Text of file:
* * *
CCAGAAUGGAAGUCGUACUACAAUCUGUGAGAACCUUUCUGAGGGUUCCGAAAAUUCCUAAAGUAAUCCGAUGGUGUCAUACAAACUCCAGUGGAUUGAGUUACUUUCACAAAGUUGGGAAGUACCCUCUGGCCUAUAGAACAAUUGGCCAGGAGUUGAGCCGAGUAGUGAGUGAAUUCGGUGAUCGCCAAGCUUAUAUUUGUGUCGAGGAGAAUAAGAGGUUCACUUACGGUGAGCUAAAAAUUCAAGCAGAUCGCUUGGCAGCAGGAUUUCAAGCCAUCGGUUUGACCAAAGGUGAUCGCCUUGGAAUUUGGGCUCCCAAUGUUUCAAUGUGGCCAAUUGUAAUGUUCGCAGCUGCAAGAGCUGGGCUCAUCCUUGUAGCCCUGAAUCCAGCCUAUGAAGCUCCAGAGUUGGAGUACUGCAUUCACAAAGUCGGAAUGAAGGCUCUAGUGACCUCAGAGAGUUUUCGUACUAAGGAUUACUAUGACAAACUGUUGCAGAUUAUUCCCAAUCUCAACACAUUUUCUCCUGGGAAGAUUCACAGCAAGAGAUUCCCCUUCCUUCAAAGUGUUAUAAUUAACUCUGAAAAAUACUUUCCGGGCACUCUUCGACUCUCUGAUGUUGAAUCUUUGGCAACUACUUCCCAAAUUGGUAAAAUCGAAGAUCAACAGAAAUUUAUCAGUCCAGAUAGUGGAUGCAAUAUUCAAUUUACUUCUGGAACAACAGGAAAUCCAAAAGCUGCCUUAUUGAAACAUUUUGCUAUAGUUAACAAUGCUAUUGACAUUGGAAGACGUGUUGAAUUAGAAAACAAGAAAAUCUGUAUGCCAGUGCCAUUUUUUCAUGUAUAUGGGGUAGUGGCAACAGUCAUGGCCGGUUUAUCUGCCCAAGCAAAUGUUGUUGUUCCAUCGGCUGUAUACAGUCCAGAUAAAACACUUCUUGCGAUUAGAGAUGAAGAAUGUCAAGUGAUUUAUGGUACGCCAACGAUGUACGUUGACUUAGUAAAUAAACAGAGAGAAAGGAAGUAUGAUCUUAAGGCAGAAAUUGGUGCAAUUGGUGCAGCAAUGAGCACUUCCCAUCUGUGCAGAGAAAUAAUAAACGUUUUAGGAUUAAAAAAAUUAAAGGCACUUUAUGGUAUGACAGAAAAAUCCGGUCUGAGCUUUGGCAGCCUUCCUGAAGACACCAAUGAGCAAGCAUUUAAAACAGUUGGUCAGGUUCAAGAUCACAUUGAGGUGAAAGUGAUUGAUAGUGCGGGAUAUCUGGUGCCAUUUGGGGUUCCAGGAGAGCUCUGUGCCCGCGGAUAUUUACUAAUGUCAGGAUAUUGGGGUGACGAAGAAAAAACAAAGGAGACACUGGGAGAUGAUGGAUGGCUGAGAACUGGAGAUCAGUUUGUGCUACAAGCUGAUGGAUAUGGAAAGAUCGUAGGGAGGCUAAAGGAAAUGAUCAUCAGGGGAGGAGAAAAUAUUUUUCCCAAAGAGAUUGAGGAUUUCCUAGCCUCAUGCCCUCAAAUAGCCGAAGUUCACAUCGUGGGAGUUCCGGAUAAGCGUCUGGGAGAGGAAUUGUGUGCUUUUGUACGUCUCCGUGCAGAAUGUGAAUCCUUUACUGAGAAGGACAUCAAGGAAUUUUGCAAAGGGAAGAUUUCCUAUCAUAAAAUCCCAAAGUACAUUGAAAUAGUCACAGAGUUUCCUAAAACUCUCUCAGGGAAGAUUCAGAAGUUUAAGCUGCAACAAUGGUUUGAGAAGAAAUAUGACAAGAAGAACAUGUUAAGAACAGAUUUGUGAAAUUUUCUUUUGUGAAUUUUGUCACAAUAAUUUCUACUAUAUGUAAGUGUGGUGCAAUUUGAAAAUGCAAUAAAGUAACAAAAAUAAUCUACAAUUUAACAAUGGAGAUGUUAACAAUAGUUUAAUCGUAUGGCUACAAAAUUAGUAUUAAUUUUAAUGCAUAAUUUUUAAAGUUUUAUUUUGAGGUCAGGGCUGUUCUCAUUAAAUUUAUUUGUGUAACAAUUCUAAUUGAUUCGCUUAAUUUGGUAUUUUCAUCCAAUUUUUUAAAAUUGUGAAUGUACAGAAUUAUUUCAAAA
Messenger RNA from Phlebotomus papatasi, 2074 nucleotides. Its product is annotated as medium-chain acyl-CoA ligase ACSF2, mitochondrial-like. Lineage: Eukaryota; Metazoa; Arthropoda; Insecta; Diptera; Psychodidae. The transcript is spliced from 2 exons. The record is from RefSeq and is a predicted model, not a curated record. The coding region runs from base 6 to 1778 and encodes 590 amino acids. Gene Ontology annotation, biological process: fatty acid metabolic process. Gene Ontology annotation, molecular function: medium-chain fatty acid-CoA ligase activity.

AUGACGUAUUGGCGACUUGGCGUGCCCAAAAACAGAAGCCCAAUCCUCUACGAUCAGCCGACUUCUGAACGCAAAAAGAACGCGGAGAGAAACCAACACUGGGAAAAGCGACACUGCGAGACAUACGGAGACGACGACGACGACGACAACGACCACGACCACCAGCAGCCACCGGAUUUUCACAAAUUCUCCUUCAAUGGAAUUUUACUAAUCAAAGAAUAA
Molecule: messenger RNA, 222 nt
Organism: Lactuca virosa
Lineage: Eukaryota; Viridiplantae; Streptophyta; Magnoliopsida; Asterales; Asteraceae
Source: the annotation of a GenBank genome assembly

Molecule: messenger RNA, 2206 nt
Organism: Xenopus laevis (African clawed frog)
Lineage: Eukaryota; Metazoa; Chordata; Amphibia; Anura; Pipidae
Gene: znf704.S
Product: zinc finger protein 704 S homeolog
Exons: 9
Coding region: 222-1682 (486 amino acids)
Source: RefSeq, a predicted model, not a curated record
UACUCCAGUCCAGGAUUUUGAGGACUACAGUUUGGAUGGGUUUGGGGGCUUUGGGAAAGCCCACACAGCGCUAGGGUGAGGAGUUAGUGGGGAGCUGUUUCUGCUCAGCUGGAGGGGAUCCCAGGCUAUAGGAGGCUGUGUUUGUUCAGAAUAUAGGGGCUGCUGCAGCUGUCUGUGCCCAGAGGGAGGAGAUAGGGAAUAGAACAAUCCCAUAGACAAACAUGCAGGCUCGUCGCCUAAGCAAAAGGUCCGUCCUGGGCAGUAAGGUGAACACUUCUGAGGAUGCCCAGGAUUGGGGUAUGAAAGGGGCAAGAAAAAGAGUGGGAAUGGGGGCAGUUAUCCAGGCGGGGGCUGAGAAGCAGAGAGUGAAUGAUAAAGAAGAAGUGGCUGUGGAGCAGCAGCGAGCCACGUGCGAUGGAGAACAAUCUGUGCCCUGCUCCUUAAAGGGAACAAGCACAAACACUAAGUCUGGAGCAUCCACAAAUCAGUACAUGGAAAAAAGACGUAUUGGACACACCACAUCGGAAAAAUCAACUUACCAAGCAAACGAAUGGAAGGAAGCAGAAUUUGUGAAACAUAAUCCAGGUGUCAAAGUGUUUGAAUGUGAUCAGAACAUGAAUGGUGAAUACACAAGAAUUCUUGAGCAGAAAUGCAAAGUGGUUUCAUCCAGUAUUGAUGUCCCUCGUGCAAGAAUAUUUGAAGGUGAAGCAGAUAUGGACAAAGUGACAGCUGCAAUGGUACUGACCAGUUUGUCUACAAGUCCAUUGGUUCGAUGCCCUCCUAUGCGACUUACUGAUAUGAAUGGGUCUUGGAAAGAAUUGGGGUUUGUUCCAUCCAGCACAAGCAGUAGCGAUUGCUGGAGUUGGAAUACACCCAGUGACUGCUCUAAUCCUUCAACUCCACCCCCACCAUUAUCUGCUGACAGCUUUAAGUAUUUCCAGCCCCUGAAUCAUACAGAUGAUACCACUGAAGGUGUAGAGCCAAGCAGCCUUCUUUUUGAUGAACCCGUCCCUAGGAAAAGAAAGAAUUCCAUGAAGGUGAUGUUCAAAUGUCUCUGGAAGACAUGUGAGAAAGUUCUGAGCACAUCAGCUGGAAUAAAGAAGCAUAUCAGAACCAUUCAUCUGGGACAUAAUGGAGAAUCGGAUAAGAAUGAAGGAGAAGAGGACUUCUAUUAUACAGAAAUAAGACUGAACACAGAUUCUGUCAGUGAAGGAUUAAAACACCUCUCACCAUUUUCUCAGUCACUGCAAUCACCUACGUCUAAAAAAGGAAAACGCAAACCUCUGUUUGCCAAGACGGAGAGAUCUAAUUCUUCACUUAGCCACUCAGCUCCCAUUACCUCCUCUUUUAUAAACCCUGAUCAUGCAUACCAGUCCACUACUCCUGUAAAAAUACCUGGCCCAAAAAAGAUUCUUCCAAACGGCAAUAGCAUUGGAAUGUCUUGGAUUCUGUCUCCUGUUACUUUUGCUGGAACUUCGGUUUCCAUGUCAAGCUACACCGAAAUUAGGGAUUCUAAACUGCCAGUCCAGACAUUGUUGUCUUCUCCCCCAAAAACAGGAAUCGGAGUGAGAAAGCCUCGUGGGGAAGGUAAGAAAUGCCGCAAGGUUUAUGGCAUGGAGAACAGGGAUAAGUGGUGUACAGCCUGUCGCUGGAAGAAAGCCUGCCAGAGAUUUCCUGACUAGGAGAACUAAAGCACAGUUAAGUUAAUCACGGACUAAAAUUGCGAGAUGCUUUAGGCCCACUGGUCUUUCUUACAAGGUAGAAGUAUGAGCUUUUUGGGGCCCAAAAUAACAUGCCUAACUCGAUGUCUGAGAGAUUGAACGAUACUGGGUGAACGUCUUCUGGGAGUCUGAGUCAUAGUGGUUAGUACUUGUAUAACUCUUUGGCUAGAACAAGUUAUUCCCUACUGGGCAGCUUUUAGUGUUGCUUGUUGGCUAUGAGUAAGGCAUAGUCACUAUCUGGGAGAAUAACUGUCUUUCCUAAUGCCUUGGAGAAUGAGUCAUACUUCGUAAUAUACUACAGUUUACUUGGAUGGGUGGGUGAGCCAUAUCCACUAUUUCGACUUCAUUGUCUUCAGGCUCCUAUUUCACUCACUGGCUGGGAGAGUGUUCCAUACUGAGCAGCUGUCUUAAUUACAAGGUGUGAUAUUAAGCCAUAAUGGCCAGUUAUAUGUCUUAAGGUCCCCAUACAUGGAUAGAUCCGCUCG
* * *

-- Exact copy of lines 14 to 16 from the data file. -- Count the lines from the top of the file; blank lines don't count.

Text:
Coding region: 222-1682 (486 amino acids)
Source: RefSeq, a predicted model, not a curated record
UACUCCAGUCCAGGAUUUUGAGGACUACAGUUUGGAUGGGUUUGGGGGCUUUGGGAAAGCCCACACAGCGCUAGGGUGAGGAGUUAGUGGGGAGCUGUUUCUGCUCAGCUGGAGGGGAUCCCAGGCUAUAGGAGGCUGUGUUUGUUCAGAAUAUAGGGGCUGCUGCAGCUGUCUGUGCCCAGAGGGAGGAGAUAGGGAAUAGAACAAUCCCAUAGACAAACAUGCAGGCUCGUCGCCUAAGCAAAAGGUCCGUCCUGGGCAGUAAGGUGAACACUUCUGAGGAUGCCCAGGAUUGGGGUAUGAAAGGGGCAAGAAAAAGAGUGGGAAUGGGGGCAGUUAUCCAGGCGGGGGCUGAGAAGCAGAGAGUGAAUGAUAAAGAAGAAGUGGCUGUGGAGCAGCAGCGAGCCACGUGCGAUGGAGAACAAUCUGUGCCCUGCUCCUUAAAGGGAACAAGCACAAACACUAAGUCUGGAGCAUCCACAAAUCAGUACAUGGAAAAAAGACGUAUUGGACACACCACAUCGGAAAAAUCAACUUACCAAGCAAACGAAUGGAAGGAAGCAGAAUUUGUGAAACAUAAUCCAGGUGUCAAAGUGUUUGAAUGUGAUCAGAACAUGAAUGGUGAAUACACAAGAAUUCUUGAGCAGAAAUGCAAAGUGGUUUCAUCCAGUAUUGAUGUCCCUCGUGCAAGAAUAUUUGAAGGUGAAGCAGAUAUGGACAAAGUGACAGCUGCAAUGGUACUGACCAGUUUGUCUACAAGUCCAUUGGUUCGAUGCCCUCCUAUGCGACUUACUGAUAUGAAUGGGUCUUGGAAAGAAUUGGGGUUUGUUCCAUCCAGCACAAGCAGUAGCGAUUGCUGGAGUUGGAAUACACCCAGUGACUGCUCUAAUCCUUCAACUCCACCCCCACCAUUAUCUGCUGACAGCUUUAAGUAUUUCCAGCCCCUGAAUCAUACAGAUGAUACCACUGAAGGUGUAGAGCCAAGCAGCCUUCUUUUUGAUGAACCCGUCCCUAGGAAAAGAAAGAAUUCCAUGAAGGUGAUGUUCAAAUGUCUCUGGAAGACAUGUGAGAAAGUUCUGAGCACAUCAGCUGGAAUAAAGAAGCAUAUCAGAACCAUUCAUCUGGGACAUAAUGGAGAAUCGGAUAAGAAUGAAGGAGAAGAGGACUUCUAUUAUACAGAAAUAAGACUGAACACAGAUUCUGUCAGUGAAGGAUUAAAACACCUCUCACCAUUUUCUCAGUCACUGCAAUCACCUACGUCUAAAAAAGGAAAACGCAAACCUCUGUUUGCCAAGACGGAGAGAUCUAAUUCUUCACUUAGCCACUCAGCUCCCAUUACCUCCUCUUUUAUAAACCCUGAUCAUGCAUACCAGUCCACUACUCCUGUAAAAAUACCUGGCCCAAAAAAGAUUCUUCCAAACGGCAAUAGCAUUGGAAUGUCUUGGAUUCUGUCUCCUGUUACUUUUGCUGGAACUUCGGUUUCCAUGUCAAGCUACACCGAAAUUAGGGAUUCUAAACUGCCAGUCCAGACAUUGUUGUCUUCUCCCCCAAAAACAGGAAUCGGAGUGAGAAAGCCUCGUGGGGAAGGUAAGAAAUGCCGCAAGGUUUAUGGCAUGGAGAACAGGGAUAAGUGGUGUACAGCCUGUCGCUGGAAGAAAGCCUGCCAGAGAUUUCCUGACUAGGAGAACUAAAGCACAGUUAAGUUAAUCACGGACUAAAAUUGCGAGAUGCUUUAGGCCCACUGGUCUUUCUUACAAGGUAGAAGUAUGAGCUUUUUGGGGCCCAAAAUAACAUGCCUAACUCGAUGUCUGAGAGAUUGAACGAUACUGGGUGAACGUCUUCUGGGAGUCUGAGUCAUAGUGGUUAGUACUUGUAUAACUCUUUGGCUAGAACAAGUUAUUCCCUACUGGGCAGCUUUUAGUGUUGCUUGUUGGCUAUGAGUAAGGCAUAGUCACUAUCUGGGAGAAUAACUGUCUUUCCUAAUGCCUUGGAGAAUGAGUCAUACUUCGUAAUAUACUACAGUUUACUUGGAUGGGUGGGUGAGCCAUAUCCACUAUUUCGACUUCAUUGUCUUCAGGCUCCUAUUUCACUCACUGGCUGGGAGAGUGUUCCAUACUGAGCAGCUGUCUUAAUUACAAGGUGUGAUAUUAAGCCAUAAUGGCCAGUUAUAUGUCUUAAGGUCCCCAUACAUGGAUAGAUCCGCUCG